Subjects and Verbs

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Subjects and Verbs

Verbs | Subjects | Subject-Verb Agreement

Verbs

To find the main verb, look for the word or words that signal the performance of an act, the occurrence of an event, or the presence of a condition: ask "Do I ever _________?" "Have I ever ________?" "Will I ever ________?"

Jesus wept. Birds fly. Fish swim.
Clyde is a dog. Sarah sang a song.  

 

Often the verb is directly preceded by one of twenty-odd helping verbs.

do does did        
can could          
shall should          
will would          
may might must        
am are is was were be been
have has had have      
being            

 

Ann and Roger can spend their money any way they want.

They were talking and working at the same time.

COMPLICATIONS--Verbals: Often a group of words looks like it contains a word that is actually a verbal, words that function not as verbs but as nouns, adjectives, or adverbs. One type of verbal ends in ing or ed/en), while another verbal form is marked by a to before the verb (writing, written, to write). In the following examples the verbals are underlined and the verbs are bolded.

Writing a paper for my history course proved a difficult yet challenging assignment.

My paper, written for my history course, proved a difficult yet challenging assignment.

It proved to be a difficult yet challenging assignment to write a paper for my history course.

Subjects
To find the subject, look for the word or words that signals who performed the action of the verb: ask "Who wept?" "Who flies?" "Who swims?"

Jesus wept. Birds fly. Fish swim.

 

Subjects are never found in prepositional phrases, so in long sentences, identifying the prepositional phrases can help you narrow your choice for subject. Look for the following propositions:

about above across after against along
among around at before behind below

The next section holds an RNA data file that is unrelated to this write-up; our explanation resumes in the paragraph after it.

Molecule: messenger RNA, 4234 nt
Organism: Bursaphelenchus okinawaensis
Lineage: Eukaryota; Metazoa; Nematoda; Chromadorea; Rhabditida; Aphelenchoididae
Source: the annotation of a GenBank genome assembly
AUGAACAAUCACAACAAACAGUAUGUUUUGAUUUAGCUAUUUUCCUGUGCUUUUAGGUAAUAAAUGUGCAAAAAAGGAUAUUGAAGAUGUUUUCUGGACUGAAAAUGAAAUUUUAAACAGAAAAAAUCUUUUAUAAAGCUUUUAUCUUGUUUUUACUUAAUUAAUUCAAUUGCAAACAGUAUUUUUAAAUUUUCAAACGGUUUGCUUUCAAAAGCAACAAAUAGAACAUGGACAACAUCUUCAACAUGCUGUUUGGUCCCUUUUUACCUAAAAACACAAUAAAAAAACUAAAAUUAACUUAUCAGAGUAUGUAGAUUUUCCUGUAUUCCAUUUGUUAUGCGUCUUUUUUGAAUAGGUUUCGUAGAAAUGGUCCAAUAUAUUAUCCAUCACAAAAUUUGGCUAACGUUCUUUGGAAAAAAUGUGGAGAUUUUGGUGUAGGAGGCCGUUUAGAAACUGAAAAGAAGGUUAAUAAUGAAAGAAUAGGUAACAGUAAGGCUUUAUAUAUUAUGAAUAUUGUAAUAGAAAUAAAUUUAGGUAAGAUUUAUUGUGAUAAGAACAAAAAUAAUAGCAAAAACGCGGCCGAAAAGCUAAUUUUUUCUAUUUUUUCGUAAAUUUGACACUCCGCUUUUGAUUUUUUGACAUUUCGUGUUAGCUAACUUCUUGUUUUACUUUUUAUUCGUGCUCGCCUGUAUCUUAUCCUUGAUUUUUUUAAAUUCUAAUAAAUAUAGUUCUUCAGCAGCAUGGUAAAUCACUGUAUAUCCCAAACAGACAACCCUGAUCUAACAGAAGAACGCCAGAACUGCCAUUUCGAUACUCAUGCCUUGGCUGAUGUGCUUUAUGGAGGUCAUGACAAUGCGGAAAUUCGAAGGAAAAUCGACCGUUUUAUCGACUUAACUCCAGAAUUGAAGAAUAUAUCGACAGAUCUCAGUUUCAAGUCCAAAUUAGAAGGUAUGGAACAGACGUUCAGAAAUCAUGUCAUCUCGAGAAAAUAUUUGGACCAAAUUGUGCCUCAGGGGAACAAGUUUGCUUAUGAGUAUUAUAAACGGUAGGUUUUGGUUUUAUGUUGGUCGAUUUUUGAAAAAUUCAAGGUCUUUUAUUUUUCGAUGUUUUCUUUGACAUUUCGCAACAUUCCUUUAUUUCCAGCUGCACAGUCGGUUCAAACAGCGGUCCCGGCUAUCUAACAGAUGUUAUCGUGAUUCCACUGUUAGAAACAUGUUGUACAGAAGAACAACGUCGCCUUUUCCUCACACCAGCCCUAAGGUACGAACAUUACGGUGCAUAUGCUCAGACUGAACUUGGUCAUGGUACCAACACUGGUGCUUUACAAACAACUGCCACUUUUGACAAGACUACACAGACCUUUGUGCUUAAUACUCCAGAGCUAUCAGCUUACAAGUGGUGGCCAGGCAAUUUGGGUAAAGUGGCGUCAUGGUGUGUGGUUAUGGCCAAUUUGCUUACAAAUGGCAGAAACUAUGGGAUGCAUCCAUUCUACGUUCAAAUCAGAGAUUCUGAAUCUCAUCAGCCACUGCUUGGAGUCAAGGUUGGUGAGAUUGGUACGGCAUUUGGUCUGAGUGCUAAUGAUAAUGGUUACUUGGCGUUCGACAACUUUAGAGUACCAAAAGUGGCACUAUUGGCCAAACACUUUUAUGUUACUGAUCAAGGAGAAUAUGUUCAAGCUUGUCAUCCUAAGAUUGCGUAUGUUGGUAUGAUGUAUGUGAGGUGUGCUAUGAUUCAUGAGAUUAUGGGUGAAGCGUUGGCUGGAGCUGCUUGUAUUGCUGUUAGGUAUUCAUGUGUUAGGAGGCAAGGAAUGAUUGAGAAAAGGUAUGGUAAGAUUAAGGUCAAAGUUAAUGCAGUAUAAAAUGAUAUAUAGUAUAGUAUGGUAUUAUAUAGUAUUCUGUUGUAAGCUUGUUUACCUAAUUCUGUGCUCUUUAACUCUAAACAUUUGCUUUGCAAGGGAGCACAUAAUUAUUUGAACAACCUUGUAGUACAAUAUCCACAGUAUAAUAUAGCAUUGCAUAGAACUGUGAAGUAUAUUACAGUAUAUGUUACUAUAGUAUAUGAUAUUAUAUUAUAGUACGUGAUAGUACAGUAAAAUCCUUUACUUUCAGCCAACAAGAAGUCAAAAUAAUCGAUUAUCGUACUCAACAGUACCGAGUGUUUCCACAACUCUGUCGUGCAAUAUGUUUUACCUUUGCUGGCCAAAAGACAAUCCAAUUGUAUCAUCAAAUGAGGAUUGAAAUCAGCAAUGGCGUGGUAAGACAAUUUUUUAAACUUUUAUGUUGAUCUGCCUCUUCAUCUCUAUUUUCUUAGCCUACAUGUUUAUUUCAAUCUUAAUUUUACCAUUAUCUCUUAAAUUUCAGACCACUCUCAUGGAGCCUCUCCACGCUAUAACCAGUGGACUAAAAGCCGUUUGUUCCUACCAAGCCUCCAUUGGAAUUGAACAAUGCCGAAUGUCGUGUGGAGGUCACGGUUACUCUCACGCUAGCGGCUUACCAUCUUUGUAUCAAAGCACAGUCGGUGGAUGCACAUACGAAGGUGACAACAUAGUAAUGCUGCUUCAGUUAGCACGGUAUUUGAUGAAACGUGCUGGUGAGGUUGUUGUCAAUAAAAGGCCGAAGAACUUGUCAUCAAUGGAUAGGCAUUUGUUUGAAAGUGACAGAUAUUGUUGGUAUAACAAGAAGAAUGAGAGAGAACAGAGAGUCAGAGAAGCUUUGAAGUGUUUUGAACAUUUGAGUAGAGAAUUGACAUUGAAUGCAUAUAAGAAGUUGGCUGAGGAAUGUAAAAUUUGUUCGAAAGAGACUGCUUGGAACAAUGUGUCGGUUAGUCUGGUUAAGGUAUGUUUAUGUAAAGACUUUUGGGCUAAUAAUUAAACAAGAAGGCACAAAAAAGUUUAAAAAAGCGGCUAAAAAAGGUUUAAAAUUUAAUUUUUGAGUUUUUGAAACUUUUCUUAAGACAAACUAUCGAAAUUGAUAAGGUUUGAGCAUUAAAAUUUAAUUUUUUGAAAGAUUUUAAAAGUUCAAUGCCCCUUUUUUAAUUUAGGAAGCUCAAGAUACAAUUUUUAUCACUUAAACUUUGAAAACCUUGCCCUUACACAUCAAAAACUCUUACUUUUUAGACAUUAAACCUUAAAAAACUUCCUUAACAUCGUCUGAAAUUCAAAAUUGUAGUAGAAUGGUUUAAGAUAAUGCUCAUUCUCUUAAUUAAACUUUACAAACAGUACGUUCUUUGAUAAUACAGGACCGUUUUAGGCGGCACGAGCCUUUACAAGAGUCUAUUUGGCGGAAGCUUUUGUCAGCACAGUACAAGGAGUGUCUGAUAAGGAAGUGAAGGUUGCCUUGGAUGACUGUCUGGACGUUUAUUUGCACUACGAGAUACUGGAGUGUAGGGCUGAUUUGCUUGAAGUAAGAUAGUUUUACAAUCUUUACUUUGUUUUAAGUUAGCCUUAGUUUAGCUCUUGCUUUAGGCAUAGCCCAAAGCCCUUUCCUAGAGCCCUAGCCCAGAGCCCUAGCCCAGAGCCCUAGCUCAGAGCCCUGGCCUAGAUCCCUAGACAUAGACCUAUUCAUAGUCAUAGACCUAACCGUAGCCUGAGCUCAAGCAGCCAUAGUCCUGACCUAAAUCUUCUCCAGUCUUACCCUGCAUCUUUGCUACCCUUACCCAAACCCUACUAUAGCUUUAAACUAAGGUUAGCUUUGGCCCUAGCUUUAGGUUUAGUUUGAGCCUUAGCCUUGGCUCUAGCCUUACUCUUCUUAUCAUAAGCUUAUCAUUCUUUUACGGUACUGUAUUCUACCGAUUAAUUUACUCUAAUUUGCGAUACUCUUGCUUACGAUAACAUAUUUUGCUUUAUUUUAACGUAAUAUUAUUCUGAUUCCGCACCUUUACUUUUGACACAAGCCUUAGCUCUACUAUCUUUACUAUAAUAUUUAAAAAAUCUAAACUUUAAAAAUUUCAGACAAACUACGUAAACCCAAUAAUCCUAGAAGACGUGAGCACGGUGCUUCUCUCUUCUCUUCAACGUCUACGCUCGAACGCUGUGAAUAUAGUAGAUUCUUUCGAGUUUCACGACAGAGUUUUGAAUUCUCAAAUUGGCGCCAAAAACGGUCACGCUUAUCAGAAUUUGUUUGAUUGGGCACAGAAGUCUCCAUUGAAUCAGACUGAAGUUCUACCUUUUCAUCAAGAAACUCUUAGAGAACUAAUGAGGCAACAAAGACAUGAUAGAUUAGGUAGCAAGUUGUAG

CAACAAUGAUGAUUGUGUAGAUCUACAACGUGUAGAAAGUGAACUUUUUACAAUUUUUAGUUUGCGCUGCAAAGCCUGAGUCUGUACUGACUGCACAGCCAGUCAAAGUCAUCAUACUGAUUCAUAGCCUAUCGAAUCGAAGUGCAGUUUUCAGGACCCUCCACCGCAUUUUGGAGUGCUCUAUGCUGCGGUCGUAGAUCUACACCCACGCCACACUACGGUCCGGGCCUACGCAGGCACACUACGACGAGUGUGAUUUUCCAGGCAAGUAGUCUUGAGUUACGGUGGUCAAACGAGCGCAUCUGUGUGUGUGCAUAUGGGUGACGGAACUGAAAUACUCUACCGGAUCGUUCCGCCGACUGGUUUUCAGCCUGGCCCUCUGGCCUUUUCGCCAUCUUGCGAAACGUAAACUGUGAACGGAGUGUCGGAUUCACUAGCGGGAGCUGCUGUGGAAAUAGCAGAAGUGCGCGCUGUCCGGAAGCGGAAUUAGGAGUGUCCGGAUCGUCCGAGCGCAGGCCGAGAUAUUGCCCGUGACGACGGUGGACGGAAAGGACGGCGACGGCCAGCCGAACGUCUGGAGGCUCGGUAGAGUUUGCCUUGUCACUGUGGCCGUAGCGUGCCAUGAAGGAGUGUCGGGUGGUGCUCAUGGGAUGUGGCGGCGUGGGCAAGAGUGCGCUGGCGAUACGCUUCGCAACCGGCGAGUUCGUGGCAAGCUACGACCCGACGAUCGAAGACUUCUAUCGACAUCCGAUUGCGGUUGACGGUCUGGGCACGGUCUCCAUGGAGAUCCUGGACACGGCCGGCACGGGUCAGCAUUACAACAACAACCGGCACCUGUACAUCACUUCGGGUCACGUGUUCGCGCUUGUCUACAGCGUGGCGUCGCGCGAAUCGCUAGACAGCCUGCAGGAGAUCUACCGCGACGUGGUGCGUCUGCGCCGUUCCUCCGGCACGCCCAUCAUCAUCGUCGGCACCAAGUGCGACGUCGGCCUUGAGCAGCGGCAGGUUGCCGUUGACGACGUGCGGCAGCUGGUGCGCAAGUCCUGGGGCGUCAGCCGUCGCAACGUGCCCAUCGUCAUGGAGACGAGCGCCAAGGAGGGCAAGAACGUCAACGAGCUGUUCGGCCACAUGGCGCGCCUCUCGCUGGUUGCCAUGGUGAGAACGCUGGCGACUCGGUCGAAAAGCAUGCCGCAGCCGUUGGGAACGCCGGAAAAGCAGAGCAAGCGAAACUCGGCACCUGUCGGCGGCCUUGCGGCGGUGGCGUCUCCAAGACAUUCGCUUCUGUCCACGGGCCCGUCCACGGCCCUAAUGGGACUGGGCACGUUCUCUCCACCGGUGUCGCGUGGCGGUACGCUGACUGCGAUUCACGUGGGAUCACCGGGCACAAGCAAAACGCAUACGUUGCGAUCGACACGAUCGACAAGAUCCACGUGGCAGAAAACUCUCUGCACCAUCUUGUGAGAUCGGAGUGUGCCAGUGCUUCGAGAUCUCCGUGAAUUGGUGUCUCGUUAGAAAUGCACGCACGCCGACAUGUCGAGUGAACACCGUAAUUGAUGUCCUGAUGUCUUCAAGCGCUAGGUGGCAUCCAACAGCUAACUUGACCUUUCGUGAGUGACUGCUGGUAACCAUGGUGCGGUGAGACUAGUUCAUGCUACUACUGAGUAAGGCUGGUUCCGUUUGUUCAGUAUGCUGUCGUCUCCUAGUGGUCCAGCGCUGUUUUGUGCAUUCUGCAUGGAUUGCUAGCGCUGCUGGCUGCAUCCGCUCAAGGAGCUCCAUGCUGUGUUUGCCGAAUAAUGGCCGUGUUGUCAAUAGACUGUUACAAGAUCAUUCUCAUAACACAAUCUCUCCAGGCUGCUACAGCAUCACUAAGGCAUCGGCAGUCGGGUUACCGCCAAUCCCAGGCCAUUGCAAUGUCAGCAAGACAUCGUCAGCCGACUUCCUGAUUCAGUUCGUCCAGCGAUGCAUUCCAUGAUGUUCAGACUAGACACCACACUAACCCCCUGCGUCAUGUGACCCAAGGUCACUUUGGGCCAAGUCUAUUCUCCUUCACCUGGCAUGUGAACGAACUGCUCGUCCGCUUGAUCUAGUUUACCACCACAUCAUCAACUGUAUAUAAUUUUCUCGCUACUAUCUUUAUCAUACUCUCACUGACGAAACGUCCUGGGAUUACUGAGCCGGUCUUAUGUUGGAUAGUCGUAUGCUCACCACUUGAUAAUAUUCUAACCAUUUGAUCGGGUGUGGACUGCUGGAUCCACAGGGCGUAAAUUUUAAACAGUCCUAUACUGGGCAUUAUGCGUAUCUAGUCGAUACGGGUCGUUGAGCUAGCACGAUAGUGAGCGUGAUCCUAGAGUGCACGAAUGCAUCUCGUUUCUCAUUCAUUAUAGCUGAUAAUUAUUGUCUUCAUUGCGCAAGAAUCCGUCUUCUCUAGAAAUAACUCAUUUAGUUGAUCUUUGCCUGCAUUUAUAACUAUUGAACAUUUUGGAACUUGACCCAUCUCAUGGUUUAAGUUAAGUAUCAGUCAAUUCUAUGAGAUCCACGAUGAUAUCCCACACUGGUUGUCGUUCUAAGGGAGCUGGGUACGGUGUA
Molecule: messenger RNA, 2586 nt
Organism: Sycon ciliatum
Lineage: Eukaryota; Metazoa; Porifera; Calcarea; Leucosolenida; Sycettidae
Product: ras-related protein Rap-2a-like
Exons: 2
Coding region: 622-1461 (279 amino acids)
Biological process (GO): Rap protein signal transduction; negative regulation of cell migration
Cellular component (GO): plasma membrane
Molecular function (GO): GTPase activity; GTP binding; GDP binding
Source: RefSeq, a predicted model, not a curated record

beneath beside between beyond by down
during except for from in inside
into like near of off on
outside over past since through to
toward under until up upon with
within without        

 

(With intermittent car trouble) one (of the fellows) drove (to the Yukon) (during the first week)(of his vacation).

(During the course)(of winter quarter), the professor (to the students)(in Engineering 412) developed a severe case (of laryngitis) that lasted (until spring quarter).

COMPLICATIONS--Delayed Subjects: Finding the subject in sentences with delayed subjects can be tricky. Some words--there and here--look like subjects but actually merely delay the real subjects of a sentence. (In the examples below, note the plural verbs which reflect the true subjects.)

There are only two ways to answer this question.

Here come the classmates who will be joining you for this study group.

Subject-Verb Agreement

  • Use singular verbs with singular nouns and plural verbs with plural nouns. Intervening clauses or phrases introduced by prepositions do not affect the verb choice. 
The dog barks.

The dogs bark.

The ax does cut.

The axes do cut.

The pilot, along with his copilots, rescues the passengers.

The engine together with both wings was damaged in the crash.

  • Use the singular form of a verb with most indefinite pronouns. 
"One" words: one anyone everyone no one someone
"Body" words: anybody everybody nobody somebody  
"Thing" words: everything something      
Others: any each either neither none

 

Neither of his parents accepts his excuse.

Each of the students has chosen a subject for research.

All of this pie goes in the trash.

Exception: Use a plural verb with indefinite pronouns that have a plural meaning in the sentence: all, any, many, more, most, and some.

All of the students go to the movies each Friday.

Use a plural verb with a compound subject joined by and

Barney and Betty, my favorite cousins, both fear snakes.

Studying regularly and attending class daily are essential activities for the successful student.

Steve's winning smile and friendly nature are key to his success as a sales representative.

Exception: Use a singular verb when the nouns joined by and are actually describing one thing or person. 

Macaroni and cheese makes an inexpensive dinner.
  • Use the verb form which agrees with the subject nearest the verb with a compound subject joined by these conjunctions. 
or nor either neither not but

 

Neither the fans nor the commentator thinks this is a good game.

Neither the commentator nor the fans think this is a good game.

Not the referee but the fans see that foul.

Not the fans but the referee sees that foul.

  • Use singular verbs when collective nouns refer to a group as a unit, but use plural verbs when collective nouns refer to the group as individuals. 
The faculty meets tomorrow at noon.

The faculty give speeches tomorrow at noon.

  • Use singular verbs with nouns plural in form but clearly singular in meaning. 
Economics has no theories to explain the current recession.

Today's news disheartens all of us.